About 4,000 residents fled Guatemala‘s Volcano of Fire Monday as red-hot rock and ash spewed into the sky and cascaded down the slopes towards an area devastated by a deadly eruption earlier this year.
Guatemala’s volcanology unit said that explosions from the 12,300-foot (3,763-metre) high mountain shook homes with “constant sounds similar to a train locomotive”.
Incandescent material burst as high as 1,000 meters (3,200 feet) above the crater and flows of hot rock and ash extended nearly 2 miles (3 kilometres) down one flank of the volcano. Hot blasts of pyroclastic material pushed down canyons on the slopes, while a column of ash rose nearly 23,000 feet (7,000 metres) above sea level and drifted towards Guatemala City to the east.
Hundreds of families heeded the call of disaster coordination authorities to evacuate 10 communities, piling into yellow school buses for trips to shelters. The national disaster commission said 3,925 people had been evacuated by early Monday.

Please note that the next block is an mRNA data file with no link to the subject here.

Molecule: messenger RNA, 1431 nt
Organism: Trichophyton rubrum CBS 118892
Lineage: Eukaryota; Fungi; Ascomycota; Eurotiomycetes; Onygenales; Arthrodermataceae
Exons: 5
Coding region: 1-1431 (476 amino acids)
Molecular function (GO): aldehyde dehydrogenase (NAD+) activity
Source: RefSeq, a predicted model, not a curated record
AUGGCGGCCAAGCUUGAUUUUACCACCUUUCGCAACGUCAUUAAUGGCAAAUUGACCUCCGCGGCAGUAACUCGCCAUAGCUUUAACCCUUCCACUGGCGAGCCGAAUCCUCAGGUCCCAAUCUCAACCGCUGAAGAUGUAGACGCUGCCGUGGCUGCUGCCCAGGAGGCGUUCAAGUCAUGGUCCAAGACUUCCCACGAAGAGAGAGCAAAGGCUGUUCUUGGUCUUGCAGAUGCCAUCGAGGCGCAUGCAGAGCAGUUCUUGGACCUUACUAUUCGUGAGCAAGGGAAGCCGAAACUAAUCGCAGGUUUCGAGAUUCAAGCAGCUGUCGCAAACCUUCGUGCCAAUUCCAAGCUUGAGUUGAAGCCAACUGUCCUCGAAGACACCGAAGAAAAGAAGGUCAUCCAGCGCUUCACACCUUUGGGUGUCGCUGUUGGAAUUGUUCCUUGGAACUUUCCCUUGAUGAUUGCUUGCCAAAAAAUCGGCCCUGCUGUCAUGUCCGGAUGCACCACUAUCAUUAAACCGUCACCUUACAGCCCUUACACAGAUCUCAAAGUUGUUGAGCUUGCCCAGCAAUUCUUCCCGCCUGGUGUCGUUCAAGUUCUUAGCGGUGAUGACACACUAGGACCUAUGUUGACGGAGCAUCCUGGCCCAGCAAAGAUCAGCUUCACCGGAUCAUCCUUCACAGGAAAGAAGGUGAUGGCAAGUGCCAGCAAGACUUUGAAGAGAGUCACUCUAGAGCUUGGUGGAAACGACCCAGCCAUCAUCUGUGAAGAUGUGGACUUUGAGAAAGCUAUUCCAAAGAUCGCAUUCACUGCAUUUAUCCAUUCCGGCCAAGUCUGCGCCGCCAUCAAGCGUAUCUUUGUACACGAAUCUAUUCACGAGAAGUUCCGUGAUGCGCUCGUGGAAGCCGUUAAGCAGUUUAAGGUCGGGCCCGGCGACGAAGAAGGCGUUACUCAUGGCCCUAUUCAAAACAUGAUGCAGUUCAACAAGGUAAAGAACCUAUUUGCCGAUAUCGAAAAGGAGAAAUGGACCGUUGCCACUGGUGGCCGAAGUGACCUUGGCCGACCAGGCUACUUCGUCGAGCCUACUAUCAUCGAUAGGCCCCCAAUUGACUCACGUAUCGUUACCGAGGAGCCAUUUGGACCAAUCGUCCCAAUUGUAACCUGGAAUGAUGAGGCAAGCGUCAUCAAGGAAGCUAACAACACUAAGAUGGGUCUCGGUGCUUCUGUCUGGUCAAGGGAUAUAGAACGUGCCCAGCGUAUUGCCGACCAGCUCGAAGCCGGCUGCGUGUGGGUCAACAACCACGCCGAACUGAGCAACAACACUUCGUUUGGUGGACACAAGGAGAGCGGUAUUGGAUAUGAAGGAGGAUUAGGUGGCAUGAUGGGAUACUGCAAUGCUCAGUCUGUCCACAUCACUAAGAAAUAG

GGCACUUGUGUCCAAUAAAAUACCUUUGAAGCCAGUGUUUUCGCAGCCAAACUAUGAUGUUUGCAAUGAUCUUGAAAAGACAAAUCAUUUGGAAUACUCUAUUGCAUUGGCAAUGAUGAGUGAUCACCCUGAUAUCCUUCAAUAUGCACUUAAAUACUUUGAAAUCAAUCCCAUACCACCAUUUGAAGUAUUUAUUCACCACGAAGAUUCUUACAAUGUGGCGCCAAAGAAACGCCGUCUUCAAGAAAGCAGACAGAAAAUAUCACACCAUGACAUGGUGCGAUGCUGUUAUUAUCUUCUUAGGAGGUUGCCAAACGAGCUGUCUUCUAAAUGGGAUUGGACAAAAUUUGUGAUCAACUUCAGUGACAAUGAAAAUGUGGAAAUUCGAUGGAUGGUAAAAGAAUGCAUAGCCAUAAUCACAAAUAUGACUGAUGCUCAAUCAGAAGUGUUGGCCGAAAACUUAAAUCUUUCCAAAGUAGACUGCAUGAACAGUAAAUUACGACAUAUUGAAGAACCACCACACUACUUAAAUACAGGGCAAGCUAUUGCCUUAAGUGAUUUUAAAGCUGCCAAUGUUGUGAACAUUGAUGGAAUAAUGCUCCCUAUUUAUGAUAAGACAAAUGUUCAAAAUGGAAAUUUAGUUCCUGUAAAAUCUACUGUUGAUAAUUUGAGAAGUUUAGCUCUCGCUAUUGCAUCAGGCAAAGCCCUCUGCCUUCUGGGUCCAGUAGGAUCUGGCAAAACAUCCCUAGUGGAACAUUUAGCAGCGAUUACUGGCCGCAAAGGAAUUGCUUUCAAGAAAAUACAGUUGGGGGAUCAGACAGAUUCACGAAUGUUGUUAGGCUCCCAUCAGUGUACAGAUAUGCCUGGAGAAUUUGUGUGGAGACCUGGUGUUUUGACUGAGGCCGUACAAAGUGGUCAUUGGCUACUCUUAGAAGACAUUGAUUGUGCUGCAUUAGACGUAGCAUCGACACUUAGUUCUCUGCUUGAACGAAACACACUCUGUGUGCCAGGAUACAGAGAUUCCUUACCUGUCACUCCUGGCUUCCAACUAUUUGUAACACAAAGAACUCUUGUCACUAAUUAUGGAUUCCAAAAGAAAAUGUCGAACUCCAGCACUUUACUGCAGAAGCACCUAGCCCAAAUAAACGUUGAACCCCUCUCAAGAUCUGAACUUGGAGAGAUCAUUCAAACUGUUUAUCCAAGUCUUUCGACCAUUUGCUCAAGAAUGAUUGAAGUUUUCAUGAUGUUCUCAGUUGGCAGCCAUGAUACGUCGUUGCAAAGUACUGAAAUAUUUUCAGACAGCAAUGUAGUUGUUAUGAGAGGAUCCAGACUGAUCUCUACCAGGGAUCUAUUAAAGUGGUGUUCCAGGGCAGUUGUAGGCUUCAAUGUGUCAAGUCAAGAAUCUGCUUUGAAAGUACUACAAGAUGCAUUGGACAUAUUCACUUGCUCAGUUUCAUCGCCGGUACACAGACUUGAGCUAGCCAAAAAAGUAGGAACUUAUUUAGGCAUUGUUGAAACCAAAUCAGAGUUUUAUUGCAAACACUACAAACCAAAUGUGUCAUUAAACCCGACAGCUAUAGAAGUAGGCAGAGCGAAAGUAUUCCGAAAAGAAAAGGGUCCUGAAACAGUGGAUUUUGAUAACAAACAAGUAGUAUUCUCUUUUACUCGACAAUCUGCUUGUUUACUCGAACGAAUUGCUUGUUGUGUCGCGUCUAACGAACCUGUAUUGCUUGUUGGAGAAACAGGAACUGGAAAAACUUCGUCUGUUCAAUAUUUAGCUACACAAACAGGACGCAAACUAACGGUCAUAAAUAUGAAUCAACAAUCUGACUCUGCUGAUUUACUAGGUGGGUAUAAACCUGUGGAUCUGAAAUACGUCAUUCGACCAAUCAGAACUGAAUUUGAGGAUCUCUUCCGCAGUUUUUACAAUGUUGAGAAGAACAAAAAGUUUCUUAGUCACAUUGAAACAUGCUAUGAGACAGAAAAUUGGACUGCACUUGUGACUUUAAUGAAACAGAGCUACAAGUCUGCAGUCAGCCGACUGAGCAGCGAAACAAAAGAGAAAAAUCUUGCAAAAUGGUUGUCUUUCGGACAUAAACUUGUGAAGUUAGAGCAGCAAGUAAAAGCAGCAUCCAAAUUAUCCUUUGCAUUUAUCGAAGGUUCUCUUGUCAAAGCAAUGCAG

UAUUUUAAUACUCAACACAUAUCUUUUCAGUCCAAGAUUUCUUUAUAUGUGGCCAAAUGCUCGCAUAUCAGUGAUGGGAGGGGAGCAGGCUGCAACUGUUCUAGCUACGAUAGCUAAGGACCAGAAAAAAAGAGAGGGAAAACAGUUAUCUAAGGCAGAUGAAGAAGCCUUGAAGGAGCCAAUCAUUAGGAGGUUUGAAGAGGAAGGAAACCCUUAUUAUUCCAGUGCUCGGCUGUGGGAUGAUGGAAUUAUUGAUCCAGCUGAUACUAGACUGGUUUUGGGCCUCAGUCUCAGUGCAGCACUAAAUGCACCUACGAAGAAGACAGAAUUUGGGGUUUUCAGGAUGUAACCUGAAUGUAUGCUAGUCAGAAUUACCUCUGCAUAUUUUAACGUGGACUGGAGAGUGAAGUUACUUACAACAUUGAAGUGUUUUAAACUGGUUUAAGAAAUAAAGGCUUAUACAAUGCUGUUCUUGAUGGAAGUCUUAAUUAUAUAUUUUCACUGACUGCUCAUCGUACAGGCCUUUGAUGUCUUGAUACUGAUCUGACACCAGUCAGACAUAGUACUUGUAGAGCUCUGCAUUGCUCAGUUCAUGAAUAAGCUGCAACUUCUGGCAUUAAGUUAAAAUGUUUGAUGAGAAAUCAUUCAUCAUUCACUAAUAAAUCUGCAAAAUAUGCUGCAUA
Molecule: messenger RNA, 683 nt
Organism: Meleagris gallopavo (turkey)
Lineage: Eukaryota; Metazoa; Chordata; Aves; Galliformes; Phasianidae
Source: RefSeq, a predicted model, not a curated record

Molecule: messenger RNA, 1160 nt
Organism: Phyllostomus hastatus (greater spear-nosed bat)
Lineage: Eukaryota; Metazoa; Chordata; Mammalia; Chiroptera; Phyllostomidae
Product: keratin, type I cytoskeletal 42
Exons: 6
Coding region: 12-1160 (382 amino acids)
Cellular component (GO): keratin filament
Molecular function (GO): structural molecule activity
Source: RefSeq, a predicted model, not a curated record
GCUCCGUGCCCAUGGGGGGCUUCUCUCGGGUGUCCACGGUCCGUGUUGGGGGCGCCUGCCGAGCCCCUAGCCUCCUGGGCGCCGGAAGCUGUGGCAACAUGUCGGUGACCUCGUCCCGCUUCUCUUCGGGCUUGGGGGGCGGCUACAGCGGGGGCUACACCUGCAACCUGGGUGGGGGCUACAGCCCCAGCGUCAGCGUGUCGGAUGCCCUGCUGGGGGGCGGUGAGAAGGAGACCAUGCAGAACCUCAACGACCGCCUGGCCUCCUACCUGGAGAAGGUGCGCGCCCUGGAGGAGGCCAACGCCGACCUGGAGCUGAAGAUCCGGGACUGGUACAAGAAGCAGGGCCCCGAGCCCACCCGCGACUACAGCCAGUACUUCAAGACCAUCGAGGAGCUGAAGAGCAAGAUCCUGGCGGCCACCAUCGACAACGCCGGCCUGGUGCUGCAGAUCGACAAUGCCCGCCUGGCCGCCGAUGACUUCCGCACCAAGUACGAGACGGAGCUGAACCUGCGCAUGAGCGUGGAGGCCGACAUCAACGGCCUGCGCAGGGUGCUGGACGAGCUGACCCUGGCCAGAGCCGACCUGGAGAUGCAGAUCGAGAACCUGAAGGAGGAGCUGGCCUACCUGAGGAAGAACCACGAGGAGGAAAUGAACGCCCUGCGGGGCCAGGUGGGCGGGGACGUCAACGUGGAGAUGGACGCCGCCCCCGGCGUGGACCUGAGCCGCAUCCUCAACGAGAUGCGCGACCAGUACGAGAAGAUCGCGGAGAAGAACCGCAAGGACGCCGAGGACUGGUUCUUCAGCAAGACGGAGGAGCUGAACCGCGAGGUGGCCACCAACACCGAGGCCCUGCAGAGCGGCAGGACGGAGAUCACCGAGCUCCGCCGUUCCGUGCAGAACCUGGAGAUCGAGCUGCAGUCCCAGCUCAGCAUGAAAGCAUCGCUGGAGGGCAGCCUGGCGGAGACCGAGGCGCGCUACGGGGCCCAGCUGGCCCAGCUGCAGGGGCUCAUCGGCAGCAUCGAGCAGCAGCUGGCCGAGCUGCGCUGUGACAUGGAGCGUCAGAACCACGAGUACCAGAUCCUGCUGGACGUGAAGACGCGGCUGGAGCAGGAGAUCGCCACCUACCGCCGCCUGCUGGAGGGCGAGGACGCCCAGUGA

The Volcano of Fire is one of the most active in Central America and an eruption in June killed 194 people. Another 234 are officially missing, although organisations supporting the communities have insisted there are thousands of missing persons.
It spewed more ash and hot rock in October, prompting warnings for the nearby communities.
The biggest danger from the volcano are lahars, a mixture of ash, rock, mud and debris, that can bury entire towns.
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